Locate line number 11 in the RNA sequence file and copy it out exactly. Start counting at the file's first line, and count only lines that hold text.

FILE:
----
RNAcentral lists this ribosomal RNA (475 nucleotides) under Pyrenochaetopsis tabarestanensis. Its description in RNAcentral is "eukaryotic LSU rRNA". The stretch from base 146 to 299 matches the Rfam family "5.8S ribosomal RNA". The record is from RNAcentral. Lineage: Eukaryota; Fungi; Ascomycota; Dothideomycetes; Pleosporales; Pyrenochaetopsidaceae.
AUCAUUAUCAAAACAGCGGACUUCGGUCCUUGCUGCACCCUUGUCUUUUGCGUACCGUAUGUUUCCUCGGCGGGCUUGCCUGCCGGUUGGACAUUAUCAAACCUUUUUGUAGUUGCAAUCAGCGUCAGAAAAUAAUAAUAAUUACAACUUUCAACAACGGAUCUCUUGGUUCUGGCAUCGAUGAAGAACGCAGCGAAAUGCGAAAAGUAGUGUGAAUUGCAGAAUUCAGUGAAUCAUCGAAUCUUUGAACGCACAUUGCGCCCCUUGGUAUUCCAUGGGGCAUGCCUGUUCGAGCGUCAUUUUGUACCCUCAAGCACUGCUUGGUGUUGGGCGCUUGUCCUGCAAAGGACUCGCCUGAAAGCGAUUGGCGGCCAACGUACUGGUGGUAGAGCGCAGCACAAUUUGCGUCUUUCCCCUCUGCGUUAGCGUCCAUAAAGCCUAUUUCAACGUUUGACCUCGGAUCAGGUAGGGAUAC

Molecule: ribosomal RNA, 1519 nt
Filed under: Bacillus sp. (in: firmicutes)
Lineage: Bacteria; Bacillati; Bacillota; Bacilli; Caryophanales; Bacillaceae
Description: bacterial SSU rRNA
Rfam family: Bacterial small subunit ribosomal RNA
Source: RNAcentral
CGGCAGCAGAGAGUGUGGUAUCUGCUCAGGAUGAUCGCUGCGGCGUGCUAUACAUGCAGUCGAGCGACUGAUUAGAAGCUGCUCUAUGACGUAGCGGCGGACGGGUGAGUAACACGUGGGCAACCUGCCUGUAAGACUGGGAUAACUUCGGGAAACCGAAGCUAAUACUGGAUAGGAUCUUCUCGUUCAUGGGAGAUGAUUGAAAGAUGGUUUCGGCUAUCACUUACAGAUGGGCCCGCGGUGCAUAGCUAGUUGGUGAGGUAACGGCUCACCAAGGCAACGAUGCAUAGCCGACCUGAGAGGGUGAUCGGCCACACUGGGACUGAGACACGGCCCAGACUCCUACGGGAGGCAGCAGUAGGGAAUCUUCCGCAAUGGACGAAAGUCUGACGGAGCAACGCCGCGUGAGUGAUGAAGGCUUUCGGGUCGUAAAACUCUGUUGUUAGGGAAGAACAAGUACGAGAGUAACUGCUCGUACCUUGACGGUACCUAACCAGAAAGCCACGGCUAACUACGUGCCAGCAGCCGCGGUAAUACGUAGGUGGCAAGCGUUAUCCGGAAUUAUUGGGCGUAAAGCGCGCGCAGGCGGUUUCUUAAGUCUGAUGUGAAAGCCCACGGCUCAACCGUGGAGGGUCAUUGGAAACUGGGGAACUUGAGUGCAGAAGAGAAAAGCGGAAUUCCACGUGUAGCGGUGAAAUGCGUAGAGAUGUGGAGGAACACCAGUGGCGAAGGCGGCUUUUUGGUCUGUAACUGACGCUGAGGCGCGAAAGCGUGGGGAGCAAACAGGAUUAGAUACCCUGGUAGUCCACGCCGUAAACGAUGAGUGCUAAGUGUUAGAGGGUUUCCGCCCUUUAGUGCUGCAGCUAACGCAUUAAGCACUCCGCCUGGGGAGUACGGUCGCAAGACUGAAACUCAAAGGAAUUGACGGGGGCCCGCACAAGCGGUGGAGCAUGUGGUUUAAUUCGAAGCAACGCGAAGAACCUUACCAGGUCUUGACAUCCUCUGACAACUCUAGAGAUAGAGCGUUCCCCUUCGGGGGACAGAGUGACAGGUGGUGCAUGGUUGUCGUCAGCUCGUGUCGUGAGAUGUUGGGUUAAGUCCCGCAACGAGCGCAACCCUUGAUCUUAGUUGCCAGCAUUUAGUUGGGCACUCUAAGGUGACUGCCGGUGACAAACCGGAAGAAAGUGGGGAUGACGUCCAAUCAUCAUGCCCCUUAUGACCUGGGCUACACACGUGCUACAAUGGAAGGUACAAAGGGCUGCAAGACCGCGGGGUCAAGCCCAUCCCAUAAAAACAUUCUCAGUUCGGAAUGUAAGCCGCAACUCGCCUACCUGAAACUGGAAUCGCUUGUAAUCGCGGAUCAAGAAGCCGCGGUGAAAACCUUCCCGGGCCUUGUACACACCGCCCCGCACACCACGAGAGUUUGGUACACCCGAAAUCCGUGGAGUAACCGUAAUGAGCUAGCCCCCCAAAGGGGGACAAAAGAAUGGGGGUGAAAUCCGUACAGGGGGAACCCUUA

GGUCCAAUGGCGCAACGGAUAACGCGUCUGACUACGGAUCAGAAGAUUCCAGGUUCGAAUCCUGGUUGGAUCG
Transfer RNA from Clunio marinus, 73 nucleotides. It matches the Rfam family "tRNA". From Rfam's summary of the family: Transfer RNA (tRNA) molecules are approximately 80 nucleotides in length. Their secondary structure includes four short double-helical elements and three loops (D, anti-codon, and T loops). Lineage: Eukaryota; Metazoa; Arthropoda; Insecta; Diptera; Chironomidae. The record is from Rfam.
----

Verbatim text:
Transfer RNA from Clunio marinus, 73 nucleotides. It matches the Rfam family "tRNA". From Rfam's summary of the family: Transfer RNA (tRNA) molecules are approximately 80 nucleotides in length. Their secondary structure includes four short double-helical elements and three loops (D, anti-codon, and T loops). Lineage: Eukaryota; Metazoa; Arthropoda; Insecta; Diptera; Chironomidae. The record is from Rfam.